Big River Continuum

A field station and and artist residency at opposite ends of the Mississippi River launch a scientist-artist exchange to explore our connection to — and impact on — the iconic waterway.
October 07, 2019

A trip down the Mississippi River is a study in extremes. At its northern point, it is ensconced in the protected old-growth forest of a state park. Its southern shores are dotted with oil refineries and industrial infrastructure. The water itself becomes progressively more polluted with runoff from agricultural and urban areas.

“I have made several recent trips to the outlet of the Mississippi River near New Orleans, starting my travels at Itasca in the boreal forest and ending in Louisiana bottomland on the same river,” says Jonathan Schilling, director of Itasca Biological Station and Laboratories.

“At Itasca, the river is hardly more than a stream with a footbridge you can walk across. At the other end near where it flows into the Gulf of Mexico, it’s wide and muddy with a heavily trafficked eight-lane bridge connecting one shore to the other,” says Schilling. “For all its contrasts, it remains shared water. There is a connection at a level deeper than words — it’s a cool thing — and it is worth exploring.”

Itasca Biological Station and Laboratories is the first research field station on the river. Schilling and colleagues at A Studio in the Woods, an artist residency and one site of the new Lower Coast Field Station, launched a collaboration this fall that pairs scientists and artists from both ends of the river.

“This exchange is about exploring the impact of human activities upstream through a creative dialogue between scientists doing place-based research and artists rooted in these very specific environments,” says Schilling. “The river is more than a waterway. It’s a place with practical value, but also great symbolism and meaning for people.”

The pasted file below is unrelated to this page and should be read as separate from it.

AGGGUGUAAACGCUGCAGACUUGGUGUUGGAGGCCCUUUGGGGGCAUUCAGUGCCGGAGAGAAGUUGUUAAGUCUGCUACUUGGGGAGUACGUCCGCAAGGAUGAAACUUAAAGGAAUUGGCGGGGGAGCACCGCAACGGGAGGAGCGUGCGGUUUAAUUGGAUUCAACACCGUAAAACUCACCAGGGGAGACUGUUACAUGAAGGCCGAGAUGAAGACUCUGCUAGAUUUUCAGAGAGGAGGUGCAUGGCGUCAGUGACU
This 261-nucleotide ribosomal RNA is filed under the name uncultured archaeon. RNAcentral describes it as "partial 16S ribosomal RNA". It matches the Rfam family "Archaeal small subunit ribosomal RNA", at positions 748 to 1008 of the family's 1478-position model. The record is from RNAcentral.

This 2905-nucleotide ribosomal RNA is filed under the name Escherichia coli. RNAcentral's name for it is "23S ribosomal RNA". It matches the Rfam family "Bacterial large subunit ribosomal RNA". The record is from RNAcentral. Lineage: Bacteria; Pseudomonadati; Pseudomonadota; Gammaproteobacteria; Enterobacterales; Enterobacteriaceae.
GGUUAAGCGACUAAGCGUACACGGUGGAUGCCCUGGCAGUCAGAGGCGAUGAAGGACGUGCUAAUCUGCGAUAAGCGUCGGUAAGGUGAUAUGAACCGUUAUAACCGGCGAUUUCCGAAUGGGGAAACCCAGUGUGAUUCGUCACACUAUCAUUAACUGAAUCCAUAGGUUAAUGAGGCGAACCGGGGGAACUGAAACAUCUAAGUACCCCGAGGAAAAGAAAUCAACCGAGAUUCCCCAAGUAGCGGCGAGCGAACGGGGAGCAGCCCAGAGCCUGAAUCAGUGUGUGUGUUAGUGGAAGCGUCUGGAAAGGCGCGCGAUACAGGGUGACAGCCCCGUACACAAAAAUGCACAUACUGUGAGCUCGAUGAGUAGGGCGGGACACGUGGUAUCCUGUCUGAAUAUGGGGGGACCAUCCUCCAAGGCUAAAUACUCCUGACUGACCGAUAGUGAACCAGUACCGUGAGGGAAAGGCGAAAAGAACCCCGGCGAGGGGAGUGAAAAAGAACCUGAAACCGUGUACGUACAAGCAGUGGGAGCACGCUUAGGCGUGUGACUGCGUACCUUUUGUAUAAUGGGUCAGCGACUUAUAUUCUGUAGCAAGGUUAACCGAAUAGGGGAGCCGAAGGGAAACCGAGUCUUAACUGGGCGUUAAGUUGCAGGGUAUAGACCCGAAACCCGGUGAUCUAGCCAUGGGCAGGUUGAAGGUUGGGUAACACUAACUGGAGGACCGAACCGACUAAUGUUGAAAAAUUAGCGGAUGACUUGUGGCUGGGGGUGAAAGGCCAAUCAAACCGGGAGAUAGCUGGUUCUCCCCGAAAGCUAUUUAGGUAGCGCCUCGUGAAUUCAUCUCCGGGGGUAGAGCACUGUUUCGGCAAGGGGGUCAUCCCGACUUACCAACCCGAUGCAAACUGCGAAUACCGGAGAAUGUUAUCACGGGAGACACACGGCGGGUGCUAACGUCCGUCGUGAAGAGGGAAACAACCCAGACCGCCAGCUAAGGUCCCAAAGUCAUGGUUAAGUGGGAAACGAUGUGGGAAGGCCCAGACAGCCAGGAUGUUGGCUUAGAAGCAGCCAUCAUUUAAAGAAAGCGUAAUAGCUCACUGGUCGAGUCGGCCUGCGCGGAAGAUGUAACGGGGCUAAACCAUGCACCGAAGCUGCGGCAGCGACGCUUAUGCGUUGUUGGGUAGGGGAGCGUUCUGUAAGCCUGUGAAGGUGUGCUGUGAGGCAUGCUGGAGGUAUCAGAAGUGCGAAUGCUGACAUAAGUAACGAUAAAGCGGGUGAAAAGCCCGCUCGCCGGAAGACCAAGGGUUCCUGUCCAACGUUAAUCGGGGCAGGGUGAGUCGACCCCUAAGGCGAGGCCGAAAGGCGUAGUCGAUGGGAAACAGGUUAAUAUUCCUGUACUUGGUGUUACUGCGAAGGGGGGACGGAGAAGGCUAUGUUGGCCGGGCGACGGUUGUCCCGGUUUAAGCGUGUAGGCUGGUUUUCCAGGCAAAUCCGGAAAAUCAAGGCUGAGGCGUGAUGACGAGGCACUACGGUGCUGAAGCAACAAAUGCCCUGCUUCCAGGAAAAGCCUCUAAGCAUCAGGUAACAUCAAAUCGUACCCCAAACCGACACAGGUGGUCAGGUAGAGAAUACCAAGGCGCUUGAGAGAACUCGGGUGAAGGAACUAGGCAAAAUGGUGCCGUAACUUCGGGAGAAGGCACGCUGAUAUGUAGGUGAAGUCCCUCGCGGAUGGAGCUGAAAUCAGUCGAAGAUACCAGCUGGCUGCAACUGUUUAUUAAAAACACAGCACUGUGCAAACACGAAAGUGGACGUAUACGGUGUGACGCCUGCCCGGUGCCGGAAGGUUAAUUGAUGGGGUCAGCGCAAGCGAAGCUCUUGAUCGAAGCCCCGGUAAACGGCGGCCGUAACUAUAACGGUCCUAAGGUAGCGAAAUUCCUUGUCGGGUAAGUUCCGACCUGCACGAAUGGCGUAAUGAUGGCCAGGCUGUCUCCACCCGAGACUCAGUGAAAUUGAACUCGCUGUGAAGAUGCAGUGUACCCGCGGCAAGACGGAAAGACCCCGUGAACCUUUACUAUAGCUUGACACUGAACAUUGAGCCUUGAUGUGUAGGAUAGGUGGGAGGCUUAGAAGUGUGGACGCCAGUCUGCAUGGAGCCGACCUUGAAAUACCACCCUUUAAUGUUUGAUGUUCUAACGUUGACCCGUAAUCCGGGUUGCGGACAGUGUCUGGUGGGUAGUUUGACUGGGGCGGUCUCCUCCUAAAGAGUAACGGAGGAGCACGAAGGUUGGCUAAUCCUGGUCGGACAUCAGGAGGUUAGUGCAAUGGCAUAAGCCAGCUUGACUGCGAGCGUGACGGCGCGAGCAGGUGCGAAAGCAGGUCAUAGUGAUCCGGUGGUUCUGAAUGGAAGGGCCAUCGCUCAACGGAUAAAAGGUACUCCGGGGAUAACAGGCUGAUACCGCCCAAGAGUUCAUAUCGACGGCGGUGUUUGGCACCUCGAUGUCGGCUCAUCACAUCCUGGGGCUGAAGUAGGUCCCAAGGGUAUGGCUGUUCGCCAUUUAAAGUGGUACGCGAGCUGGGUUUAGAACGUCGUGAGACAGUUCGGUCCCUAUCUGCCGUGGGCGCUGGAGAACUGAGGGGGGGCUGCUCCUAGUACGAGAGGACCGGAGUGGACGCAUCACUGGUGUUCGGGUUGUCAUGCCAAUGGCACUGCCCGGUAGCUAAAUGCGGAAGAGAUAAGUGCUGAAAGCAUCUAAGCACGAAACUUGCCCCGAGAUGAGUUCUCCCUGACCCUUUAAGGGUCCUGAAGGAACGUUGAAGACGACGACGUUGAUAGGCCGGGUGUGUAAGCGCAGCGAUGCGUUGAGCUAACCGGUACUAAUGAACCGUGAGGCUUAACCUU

The collaboration took shape over the course of the last year with a hand from the Weisman Art Museum at the University of Minnesota Twin Cities; A Studio in the Woods, a program of Tulane University’s ByWater Institute; and local and Native American community members and arts organizations near Itasca, including rural arts advocate Rebecca Dallinger.

The program, dubbed Big River Continuum, launched this September with a simple set-up: A New Orleans–based artist — Monique Verdin, member of Houma Nation — is spending a few weeks at Itasca learning about the place, the people and the science happening at and around the station. This winter, an artist from northern Minnesota — Karen Goulet, who is a member of White Earth Band of Ojibwe — will make the trek downstream to A Studio in the Woods. With Dallinger in a curatorial role, both artists are helping pilot the exchange with the goal to dial in something sustainable, fruitful and art-forward.

“This is not about adopting an artist’s medium to deliver a scientist’s message,” says Schilling. “We are untethering this dynamic to set it free as a collaborative. The Studio [in the Woods] has pushed this envelope already. There are some bold thinkers in our midst, and we think we can widen the conversation together.

“Ultimately, we hope that this partnership will contribute to a broader conversation about our relationship to the river — how we understand it and how we assign value to it,” says Schilling. “Art and science are two ways to build shared understanding of what is, as well as what could be. This is the essence of conservation.” —Stephanie Xenos